Just what is The Arc of Delaware County’s ‘Employment and Transition Services’? We set out on a quest to answer that question for you and discovered that it can be different things to different people. The powerhouse team of two staff currently support about 20 people through Employment and Transition Services. They do this both helping people become competitively employed within the community and increase skills while on the job, and also by supporting high school students decide what’s next for them as they prepare to transition in to adult life.
When asked about the transition piece of what their program does, Employment and Transition Director, Dakota Gray, shared “Transition is a service we provide to students in high school. We support students to ultimately decide what’s next as they ‘transition’ into life after school. We explore many areas with the students to help them have a better understanding of what options they have once they graduate. In the past we have supported students with job shadows at auto body shops, auto repair shops, and janitorial at the school and outside the school, among others. We have supported students with learning things like budgeting, applying to college, basic math skills, hygiene skills, how to do laundry, and social skills. Currently we only support two students at Sidney but we hope to open up to more schools once we are able too.”
Once you have transitioned in to adulthood, other doors open up for you to help provide employment supports (Supported Employment Program, Pathways to Employment, etc.). No matter which ‘service’ you receive, they share a similar objective of supporting people to being gainfully employed within the community. The individual supports provided by the Career Coaches will look different for every person. One person might seek help identify what kind of work they want to do and applying for jobs, while another might require you to work side by side to help learn a new job or increase independence on the job, and someone else might want support learning about workplace culture and how to take direction from supervisors.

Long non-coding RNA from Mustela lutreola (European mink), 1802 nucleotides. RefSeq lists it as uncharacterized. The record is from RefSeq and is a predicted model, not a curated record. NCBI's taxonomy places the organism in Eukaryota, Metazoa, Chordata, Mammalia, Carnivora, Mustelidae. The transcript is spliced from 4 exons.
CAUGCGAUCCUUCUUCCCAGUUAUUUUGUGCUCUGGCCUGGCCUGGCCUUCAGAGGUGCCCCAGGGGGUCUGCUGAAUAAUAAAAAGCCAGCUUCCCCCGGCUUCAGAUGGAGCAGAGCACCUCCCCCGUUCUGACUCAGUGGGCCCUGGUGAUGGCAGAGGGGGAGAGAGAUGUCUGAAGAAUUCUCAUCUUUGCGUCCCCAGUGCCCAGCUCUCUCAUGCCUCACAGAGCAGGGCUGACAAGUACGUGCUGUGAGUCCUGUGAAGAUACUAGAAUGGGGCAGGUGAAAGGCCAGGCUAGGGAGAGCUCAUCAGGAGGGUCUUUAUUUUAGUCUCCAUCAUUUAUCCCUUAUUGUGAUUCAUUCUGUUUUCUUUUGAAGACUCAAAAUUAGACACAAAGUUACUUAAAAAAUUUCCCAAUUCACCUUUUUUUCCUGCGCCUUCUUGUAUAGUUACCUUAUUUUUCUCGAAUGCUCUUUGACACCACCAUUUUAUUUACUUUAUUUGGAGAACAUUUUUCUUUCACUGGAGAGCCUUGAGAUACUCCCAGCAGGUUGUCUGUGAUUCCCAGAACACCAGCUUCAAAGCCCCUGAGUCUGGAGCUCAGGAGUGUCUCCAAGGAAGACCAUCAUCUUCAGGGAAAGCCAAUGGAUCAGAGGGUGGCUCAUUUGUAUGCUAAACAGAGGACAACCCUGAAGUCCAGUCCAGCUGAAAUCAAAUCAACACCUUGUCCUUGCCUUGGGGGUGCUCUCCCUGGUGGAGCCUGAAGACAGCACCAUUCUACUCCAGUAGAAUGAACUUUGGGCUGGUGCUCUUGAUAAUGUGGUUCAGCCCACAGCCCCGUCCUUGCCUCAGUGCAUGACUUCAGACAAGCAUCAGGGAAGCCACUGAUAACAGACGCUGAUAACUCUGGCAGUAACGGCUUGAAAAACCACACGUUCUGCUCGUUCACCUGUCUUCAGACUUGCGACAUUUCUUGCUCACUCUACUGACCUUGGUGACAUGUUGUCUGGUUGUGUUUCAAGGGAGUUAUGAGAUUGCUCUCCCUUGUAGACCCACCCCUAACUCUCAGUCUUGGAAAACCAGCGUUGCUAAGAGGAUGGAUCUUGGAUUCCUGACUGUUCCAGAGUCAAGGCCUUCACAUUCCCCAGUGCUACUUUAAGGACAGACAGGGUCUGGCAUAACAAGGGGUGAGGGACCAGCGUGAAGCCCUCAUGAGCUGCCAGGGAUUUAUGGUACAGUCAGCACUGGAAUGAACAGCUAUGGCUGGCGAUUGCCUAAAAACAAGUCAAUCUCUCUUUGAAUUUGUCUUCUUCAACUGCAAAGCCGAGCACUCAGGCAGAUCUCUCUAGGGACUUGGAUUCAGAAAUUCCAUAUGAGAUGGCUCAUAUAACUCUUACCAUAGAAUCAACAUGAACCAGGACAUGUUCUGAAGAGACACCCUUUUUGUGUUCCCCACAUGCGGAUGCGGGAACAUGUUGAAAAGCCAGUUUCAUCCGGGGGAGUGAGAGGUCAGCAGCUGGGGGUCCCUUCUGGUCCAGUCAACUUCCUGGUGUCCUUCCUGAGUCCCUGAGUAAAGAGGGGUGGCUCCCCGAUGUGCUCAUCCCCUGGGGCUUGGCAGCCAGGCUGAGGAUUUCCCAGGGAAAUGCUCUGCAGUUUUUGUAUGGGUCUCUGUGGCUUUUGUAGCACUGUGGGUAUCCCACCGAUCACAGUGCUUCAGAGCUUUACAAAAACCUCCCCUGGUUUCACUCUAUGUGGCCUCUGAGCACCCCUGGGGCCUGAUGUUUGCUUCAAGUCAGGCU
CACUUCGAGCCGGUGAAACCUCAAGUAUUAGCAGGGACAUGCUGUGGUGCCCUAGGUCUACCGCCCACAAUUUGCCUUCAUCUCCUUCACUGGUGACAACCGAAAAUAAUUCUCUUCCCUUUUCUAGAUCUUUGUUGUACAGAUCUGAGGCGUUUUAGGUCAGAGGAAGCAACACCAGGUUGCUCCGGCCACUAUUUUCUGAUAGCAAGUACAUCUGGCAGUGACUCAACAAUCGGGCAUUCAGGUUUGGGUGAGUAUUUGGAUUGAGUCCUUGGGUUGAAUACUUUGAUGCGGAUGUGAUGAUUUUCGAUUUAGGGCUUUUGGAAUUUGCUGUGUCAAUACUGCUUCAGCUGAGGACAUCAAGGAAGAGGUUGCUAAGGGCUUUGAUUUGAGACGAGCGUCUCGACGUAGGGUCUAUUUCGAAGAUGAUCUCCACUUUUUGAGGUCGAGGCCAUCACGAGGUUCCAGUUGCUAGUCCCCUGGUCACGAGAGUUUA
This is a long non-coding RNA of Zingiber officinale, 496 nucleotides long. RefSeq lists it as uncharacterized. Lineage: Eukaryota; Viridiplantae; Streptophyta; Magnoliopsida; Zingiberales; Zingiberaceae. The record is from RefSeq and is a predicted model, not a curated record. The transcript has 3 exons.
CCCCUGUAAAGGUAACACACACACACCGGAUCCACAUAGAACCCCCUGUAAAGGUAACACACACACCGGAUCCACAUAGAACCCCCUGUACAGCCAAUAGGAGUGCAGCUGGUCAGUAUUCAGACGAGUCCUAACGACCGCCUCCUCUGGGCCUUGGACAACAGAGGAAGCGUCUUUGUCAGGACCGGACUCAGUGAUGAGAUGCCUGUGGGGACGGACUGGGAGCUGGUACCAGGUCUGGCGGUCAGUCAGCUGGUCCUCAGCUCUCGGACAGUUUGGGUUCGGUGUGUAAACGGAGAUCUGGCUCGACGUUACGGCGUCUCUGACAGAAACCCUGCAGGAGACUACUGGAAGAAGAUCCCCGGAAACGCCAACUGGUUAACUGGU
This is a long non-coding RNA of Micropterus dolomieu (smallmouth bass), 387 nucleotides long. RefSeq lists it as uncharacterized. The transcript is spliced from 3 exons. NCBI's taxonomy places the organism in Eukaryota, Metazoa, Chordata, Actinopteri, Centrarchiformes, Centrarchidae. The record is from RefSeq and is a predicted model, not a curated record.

Below are a couple examples Dakota shared of how different employment supports can look.
“We support a person who works at the dollar store in Stamford. She is very independent and is one of the most reliable staff at the store according to her manager, Floyd. We usually go out every week to every other week to check in and make sure everything is going well and that she is still making progress with her goals.”
“We also support someone who works at the Sidney head start in the kitchen as a cook. She struggled in the beginning of COVID mainly due to her job going to remote and needing to participate in virtual meetings and training. She does not like change whatsoever and was very anxious about the change and use of new technology. We spent a couple times a week with her practicing logging into zoom meetings and training. It took her a few tries along with a few choice words to become comfortable with the technology, but she was able to gain the confidence and skills needed to successfully log into the meetings. As much as she hates new things and technology, to her surprise she found she really enjoyed now being able to Facetime people she works with and friends outside of work.”
Here are a couple videos captured last fall as part of a recruitment campaign of interviews with Employment and Transition Services staff and Tom, who works at Tops in Stamford.